Switch parameter to add the "FORWARDHELPCATEGORY" keyword.
 
.PARAMETER RemoteHelpRunspace
Switch parameter to add the "REMOTEHELPRUNSPACE" keyword.
 
.PARAMETER ExternalHelp
Switch parameter to add the "EXTERNALHELP" keyword.
 
 
.Example
New-HelpFile -Cmdlet New-LabVM -Examples 3
 
Creates a new helpfile based on a function/cmdlet in memory called New-LabVM.
This will copy to the clipboard the text to create a help file with 3 example
keywords instead of the default 2.  You must insert the help file in the
correct location for the help file to work.
 
.Example
New-HelpFile -Cmdlet "E:\temp\Test1.ps1" -Link -Role
 
Creates a new help file based on a saved script called Test1.ps1.
This will copy to the clipboard the text to create a help file with both the
LINK and ROLE keywords.  You must insert the help file in the
correct location for the help file to work.
 
.NOTES
===============================================================================
== Cmdlet: New-HelpFile                                                      ==
== Author: Jason A. Yoder                                                    ==
== Company: MCTExpert of Arizona                                             ==
== Date: February 18, 2015                                                   ==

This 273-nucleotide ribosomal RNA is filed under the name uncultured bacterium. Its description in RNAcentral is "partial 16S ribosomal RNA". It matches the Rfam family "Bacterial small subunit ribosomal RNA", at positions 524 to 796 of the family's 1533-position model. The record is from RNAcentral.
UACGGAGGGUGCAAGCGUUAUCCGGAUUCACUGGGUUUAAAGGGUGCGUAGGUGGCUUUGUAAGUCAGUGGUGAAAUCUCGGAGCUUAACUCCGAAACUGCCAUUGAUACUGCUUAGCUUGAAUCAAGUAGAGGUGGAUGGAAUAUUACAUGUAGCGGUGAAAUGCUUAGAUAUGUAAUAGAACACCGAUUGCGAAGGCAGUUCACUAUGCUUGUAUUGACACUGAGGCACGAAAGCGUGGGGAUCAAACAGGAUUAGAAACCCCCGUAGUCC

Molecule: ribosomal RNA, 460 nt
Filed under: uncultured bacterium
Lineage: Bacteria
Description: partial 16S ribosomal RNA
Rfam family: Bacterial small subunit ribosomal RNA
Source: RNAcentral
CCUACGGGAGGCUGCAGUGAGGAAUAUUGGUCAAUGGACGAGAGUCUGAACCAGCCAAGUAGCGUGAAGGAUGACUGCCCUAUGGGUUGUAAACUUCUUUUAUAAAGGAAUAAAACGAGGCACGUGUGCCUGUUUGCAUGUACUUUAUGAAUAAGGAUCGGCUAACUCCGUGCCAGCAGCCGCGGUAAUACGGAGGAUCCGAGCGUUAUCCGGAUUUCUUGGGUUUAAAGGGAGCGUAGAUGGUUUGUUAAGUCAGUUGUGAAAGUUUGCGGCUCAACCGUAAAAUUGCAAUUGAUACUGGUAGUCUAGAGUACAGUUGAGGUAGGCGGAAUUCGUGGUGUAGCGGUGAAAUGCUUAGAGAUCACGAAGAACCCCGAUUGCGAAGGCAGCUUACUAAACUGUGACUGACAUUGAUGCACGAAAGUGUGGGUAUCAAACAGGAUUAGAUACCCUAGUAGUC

== Last Update: May 25, 2015                                                 ==
== Copyright: All rights reserved.                                           ==
== Version: 1.0.0.1                                                          ==
== Legal: The user assumes all responsibility and liability for the usage of ==
== this PowerShell code.  MCTExpert of Arizona, Its officers, shareholders,  ==
== owners, and their relatives are not liable for any damages.  As with all  ==
== code, review it and understand it prior to usage.  It is recommended that ==
== this code be fully tested and validated in a test environment prior to    ==
== usage in a production environment.                                        ==
==                                                                           ==
== Does this code make changes: NO                                           ==
==                                                                           ==
== Update May 25, 2015: Filtering added for PowerShell V5                    ==
== Common Parameters InformationAction and InformationVariable.              ==
===============================================================================
 
.LINK
About_Comment_Based_Help
#>
} # End: Function New-HelpFile